Study Sheds Light Into Alzheimer’s Disease Pathogenesis

Ana de Barros, PhD avatar

by Ana de Barros, PhD |

Share this article:

Share article via email

Alzheimer’s Disease (AD) has been a topic of extensive research over the past three decades. The main focus of many studies has been the neurotoxicity associated with the accumulation of insoluble proteinaceous complexes in the brain. Closer examination has revealed these complexes to be plaques formed due to aggregation of small fragments of beta-amyloid peptides, which are proteolytic derivatives of a precursor protein APP (as a result of sequential action of two enzymes).

It has been known that beta-amyloid hyperactivated neurons led to neurotoxicity. However, a recent study published in Nature has shown that this was only one side of the story as far as pathogenesis of AD was concerned, shedding light on a new protein fragment characterized and called amyloid-η (eta-amyloid).

The research was conducted by an international team of researchers led by Christian Haass (Professor of Metabolic Biochemistry at LMU and Speaker for the German Center for Neurodegenerative Diseases in Munich) and Dr. Michael Willem (LMU), in collaboration with neurobiologist Dr. Hélène Marie based at the IPMC-CNRS in Valbonne (France) and with the local colleagues from the Technical University of Munich (TUM) in the Synergy Excellence Cluster (Professor Arthur Konnerth and Dr. Marc Aurel Busche).

Analysis of the functions of this newly characterized protein showed it acted as an antagonist when it came to beta-amyloid and its hyperactivity. In Dr. Haass’s words, “The processing pathway that produces it (eta-amyloid) has been overlooked for 30 years. This is because investigators including myself have focused their attention on elucidating the origins of the beta-amyloid and on attempts to cure Alzheimer’s by inhibiting production of this peptide. So here we have two small peptides snipped from the same precursor protein, which have opposite effects on neuronal activity, and whose actions must normally be carefully balanced.”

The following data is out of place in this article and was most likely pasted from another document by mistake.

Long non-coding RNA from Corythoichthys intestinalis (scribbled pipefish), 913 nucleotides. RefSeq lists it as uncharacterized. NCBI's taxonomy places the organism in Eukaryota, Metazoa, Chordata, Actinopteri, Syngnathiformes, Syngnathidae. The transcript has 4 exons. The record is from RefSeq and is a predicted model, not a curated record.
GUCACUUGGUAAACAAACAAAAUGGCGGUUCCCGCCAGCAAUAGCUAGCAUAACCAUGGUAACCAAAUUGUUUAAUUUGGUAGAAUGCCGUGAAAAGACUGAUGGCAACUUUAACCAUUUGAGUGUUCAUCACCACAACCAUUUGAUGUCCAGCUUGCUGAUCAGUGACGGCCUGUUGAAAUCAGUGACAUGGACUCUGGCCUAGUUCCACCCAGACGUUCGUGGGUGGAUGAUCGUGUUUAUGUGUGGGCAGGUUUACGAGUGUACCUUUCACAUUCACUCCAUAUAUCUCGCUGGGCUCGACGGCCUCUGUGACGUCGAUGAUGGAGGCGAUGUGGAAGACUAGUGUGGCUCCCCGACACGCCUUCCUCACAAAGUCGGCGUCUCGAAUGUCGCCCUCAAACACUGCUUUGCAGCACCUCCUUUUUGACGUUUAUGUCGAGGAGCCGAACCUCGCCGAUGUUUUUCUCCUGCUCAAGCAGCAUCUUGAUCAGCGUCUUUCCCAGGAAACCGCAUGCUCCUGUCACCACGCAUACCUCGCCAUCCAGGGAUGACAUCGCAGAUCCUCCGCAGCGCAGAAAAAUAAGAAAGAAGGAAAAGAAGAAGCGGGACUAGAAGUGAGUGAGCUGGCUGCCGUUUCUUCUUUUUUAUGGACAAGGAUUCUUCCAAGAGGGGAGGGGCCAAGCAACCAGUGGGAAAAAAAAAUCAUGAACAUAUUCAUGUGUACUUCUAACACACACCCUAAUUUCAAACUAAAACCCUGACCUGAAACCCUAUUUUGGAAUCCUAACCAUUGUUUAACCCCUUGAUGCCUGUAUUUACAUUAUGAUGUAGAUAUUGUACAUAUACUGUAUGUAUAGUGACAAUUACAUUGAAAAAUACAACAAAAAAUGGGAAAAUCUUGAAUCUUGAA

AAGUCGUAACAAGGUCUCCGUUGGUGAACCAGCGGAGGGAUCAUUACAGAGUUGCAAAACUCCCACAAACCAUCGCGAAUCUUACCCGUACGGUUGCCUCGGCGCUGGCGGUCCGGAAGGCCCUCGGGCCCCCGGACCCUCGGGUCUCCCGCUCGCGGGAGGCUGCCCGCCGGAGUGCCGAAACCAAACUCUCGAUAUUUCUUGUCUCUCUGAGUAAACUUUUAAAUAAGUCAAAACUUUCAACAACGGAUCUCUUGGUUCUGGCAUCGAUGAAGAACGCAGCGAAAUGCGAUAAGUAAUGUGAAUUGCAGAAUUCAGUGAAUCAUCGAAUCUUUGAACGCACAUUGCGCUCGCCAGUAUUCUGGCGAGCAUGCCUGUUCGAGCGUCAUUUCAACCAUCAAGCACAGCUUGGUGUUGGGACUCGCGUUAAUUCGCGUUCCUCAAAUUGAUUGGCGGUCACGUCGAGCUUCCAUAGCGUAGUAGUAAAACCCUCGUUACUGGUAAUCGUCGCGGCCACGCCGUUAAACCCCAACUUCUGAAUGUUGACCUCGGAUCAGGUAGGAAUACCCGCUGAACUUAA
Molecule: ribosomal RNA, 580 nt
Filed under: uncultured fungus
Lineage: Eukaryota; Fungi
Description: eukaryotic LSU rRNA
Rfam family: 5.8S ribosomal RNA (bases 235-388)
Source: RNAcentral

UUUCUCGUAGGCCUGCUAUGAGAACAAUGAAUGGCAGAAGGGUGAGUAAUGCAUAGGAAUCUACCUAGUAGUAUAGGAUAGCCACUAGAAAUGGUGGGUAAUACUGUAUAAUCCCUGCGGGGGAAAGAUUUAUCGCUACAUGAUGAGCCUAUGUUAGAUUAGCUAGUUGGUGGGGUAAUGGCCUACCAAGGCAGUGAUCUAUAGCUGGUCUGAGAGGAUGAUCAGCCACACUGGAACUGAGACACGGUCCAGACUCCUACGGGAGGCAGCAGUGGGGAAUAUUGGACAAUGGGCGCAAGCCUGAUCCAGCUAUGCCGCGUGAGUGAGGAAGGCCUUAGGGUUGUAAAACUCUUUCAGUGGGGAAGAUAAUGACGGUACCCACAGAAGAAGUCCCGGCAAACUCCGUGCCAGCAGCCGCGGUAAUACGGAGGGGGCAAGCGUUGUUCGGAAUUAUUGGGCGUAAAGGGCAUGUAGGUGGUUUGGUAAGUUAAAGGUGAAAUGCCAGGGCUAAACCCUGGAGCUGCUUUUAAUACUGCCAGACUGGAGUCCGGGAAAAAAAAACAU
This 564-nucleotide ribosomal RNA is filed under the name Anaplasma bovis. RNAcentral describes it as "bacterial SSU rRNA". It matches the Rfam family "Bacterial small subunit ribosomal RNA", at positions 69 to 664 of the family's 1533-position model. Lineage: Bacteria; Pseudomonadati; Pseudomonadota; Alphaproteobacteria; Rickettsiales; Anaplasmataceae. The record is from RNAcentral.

The findings of this study have had strong implications on all ongoing and upcoming clinical trials scheduled, all of which revolve around beta-amyloid. One such trial, designed to ascertain if the pharmacological inhibition of beta-secretase (the proteolytic enzyme that initiates the release of the toxic beta-amyloid from APP) can reduce memory loss in patients with Alzheimer’s, saw Dr. Haass and his colleagues conclude that blocking of beta-secretase did reduce the amount of beta-amyoid produced. However, it was also accompanied by a substantial increase in the amount of eta-amyloid secreted. Dr. Haass suggested this could result in unwanted and compromised brain function.

Based on these data, the authors advise that researchers should be on the lookout for any adverse side-effects related to the secretion of both these proteins during clinical trials.